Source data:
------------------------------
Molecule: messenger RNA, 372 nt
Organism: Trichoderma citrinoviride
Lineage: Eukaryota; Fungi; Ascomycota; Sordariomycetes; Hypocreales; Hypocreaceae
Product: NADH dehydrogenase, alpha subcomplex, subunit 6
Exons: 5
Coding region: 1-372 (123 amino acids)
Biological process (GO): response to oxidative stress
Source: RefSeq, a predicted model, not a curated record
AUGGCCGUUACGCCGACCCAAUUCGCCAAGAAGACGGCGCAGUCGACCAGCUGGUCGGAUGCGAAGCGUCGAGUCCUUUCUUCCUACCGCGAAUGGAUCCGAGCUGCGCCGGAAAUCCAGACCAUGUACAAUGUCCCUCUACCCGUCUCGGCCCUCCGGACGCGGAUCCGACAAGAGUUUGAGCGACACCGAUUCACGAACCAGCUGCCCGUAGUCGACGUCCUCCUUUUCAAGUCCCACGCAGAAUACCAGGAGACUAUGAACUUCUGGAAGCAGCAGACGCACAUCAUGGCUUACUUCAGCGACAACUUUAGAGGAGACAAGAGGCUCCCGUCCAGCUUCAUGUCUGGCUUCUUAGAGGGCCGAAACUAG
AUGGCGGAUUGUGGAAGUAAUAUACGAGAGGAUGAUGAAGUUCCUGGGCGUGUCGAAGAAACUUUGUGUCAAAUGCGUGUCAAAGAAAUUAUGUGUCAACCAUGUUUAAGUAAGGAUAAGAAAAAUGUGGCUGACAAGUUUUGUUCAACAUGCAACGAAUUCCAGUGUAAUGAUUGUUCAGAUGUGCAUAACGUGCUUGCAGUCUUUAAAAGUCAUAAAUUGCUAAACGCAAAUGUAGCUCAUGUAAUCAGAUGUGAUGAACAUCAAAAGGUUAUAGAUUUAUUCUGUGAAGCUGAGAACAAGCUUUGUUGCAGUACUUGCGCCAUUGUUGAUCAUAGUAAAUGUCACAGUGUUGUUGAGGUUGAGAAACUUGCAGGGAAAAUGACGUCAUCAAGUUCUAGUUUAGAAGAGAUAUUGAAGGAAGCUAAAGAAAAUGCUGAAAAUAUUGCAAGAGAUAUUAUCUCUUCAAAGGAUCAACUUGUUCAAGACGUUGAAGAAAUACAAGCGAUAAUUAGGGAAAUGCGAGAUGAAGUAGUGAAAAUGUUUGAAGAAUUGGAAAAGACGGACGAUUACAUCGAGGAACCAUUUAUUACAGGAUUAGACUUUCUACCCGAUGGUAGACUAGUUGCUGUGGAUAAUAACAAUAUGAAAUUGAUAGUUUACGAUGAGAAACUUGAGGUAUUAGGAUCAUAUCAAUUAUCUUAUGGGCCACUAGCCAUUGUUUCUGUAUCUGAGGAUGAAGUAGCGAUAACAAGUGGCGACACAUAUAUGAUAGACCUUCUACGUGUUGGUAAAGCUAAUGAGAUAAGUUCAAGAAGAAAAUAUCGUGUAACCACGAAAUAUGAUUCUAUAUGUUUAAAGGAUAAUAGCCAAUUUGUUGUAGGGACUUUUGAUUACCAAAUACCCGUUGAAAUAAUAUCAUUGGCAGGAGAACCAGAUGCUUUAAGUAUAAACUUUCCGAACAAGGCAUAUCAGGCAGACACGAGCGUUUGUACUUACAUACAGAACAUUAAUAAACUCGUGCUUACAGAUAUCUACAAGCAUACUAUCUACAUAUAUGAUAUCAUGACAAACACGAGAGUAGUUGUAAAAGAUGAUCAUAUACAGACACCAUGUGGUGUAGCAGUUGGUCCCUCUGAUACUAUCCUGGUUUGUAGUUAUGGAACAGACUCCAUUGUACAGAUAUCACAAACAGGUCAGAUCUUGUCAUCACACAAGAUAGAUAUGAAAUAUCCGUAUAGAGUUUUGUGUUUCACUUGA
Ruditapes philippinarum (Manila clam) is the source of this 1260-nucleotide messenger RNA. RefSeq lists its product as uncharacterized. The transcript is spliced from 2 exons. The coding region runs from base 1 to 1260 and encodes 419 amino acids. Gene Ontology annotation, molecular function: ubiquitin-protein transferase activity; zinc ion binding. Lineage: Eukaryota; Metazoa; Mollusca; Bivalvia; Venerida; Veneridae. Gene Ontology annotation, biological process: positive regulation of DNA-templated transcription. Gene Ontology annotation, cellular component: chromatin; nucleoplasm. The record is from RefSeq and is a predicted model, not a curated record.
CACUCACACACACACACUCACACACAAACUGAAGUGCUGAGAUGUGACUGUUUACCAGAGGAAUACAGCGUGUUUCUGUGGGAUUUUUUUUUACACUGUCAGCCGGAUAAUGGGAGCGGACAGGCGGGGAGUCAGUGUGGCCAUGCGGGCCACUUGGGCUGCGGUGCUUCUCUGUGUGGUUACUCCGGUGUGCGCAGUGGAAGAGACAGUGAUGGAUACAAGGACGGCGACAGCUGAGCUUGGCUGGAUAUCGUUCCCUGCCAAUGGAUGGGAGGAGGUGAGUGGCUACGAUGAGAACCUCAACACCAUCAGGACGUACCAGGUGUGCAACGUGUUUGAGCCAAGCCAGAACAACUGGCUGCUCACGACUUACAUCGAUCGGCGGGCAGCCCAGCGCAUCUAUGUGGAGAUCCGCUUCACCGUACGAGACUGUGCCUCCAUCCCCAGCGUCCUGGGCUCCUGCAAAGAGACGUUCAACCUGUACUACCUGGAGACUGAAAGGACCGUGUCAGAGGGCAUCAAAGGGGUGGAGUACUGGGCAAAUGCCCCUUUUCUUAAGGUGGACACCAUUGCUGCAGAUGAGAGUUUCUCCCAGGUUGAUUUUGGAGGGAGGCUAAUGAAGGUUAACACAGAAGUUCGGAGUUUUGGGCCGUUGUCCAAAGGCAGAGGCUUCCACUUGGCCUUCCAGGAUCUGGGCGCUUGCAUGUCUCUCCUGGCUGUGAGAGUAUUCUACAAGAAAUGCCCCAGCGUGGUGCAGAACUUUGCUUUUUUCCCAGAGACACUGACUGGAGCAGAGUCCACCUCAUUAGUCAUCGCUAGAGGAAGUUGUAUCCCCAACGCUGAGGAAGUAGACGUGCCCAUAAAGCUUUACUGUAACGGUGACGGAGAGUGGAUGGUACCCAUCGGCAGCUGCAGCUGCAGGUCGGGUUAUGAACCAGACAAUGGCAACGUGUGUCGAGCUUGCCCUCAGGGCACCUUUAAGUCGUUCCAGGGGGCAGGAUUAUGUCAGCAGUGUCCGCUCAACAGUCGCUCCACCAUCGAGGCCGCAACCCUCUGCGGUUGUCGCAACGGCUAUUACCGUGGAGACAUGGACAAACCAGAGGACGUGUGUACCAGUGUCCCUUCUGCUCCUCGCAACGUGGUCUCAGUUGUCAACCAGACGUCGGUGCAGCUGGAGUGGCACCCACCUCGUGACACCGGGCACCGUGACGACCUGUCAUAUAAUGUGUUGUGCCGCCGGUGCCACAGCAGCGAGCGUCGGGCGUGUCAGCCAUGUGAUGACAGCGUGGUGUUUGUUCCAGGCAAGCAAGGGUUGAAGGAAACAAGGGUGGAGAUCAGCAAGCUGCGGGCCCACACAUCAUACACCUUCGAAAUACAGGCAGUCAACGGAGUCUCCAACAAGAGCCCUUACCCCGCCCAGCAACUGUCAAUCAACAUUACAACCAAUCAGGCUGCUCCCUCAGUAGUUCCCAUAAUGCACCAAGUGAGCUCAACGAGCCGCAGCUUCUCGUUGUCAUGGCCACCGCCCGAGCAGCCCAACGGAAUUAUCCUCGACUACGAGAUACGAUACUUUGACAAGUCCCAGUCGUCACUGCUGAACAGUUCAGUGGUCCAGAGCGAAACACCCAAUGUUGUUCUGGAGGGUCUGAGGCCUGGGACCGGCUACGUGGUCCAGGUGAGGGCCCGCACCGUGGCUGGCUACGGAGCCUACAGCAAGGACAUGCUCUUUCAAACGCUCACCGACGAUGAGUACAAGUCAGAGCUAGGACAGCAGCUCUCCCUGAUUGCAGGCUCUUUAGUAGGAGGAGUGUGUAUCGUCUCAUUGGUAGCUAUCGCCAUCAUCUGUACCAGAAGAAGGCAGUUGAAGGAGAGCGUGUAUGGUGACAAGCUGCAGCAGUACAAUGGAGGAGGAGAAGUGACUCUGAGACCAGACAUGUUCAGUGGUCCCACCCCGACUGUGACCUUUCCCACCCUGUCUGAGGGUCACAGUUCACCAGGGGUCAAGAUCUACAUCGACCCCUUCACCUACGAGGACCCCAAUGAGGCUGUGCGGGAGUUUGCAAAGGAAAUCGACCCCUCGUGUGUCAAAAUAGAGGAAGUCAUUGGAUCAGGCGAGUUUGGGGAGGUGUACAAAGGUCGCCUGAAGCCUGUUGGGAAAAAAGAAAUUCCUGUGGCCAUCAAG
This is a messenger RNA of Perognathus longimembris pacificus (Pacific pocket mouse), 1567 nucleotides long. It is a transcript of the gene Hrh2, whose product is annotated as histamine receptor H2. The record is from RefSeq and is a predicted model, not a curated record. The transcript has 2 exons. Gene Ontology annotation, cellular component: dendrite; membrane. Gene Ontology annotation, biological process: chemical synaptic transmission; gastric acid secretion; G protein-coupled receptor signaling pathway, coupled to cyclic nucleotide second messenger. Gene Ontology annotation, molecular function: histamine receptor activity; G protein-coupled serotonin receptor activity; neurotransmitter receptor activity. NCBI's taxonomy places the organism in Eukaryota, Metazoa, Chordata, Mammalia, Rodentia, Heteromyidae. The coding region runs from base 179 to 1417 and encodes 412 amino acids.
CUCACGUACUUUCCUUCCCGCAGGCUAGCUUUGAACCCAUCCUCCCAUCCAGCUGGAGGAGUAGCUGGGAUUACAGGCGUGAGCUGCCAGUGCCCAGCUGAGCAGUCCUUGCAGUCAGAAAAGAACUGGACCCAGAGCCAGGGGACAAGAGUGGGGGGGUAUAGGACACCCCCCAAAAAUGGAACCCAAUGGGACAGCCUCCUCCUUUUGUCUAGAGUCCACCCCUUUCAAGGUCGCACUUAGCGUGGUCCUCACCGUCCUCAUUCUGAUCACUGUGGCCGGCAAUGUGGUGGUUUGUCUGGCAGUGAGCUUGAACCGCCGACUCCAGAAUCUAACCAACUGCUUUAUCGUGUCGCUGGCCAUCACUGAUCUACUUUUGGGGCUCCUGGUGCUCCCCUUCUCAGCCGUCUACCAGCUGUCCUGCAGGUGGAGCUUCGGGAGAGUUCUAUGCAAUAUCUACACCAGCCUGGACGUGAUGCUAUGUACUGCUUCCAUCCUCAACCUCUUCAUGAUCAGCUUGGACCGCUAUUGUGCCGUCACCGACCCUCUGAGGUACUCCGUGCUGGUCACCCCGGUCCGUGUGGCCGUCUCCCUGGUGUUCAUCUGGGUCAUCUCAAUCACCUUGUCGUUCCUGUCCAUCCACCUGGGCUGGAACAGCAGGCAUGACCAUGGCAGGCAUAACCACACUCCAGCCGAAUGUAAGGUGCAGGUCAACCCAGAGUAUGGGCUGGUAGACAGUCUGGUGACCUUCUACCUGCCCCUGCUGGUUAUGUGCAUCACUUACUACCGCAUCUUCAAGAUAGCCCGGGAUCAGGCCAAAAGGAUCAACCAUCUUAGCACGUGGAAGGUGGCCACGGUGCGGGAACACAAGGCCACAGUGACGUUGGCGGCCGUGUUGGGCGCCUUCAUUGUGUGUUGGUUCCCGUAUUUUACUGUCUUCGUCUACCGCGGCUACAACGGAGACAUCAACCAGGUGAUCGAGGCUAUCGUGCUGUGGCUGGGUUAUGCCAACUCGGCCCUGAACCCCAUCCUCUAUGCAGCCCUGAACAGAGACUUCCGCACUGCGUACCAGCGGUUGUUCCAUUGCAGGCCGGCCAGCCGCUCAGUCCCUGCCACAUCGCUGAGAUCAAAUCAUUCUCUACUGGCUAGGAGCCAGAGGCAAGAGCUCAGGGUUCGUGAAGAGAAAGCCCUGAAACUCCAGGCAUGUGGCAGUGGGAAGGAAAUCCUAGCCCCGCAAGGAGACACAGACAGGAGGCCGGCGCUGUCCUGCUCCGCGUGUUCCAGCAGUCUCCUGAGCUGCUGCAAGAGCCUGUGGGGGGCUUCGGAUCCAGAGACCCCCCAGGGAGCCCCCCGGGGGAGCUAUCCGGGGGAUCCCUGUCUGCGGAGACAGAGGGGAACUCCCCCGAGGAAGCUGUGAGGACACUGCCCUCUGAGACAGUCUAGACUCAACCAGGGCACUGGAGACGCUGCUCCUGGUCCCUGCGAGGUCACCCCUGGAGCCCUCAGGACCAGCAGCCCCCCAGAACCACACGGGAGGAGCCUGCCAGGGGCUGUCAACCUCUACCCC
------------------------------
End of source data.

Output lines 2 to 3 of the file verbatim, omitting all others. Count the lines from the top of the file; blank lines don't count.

Organism: Trichoderma citrinoviride
Lineage: Eukaryota; Fungi; Ascomycota; Sordariomycetes; Hypocreales; Hypocreaceae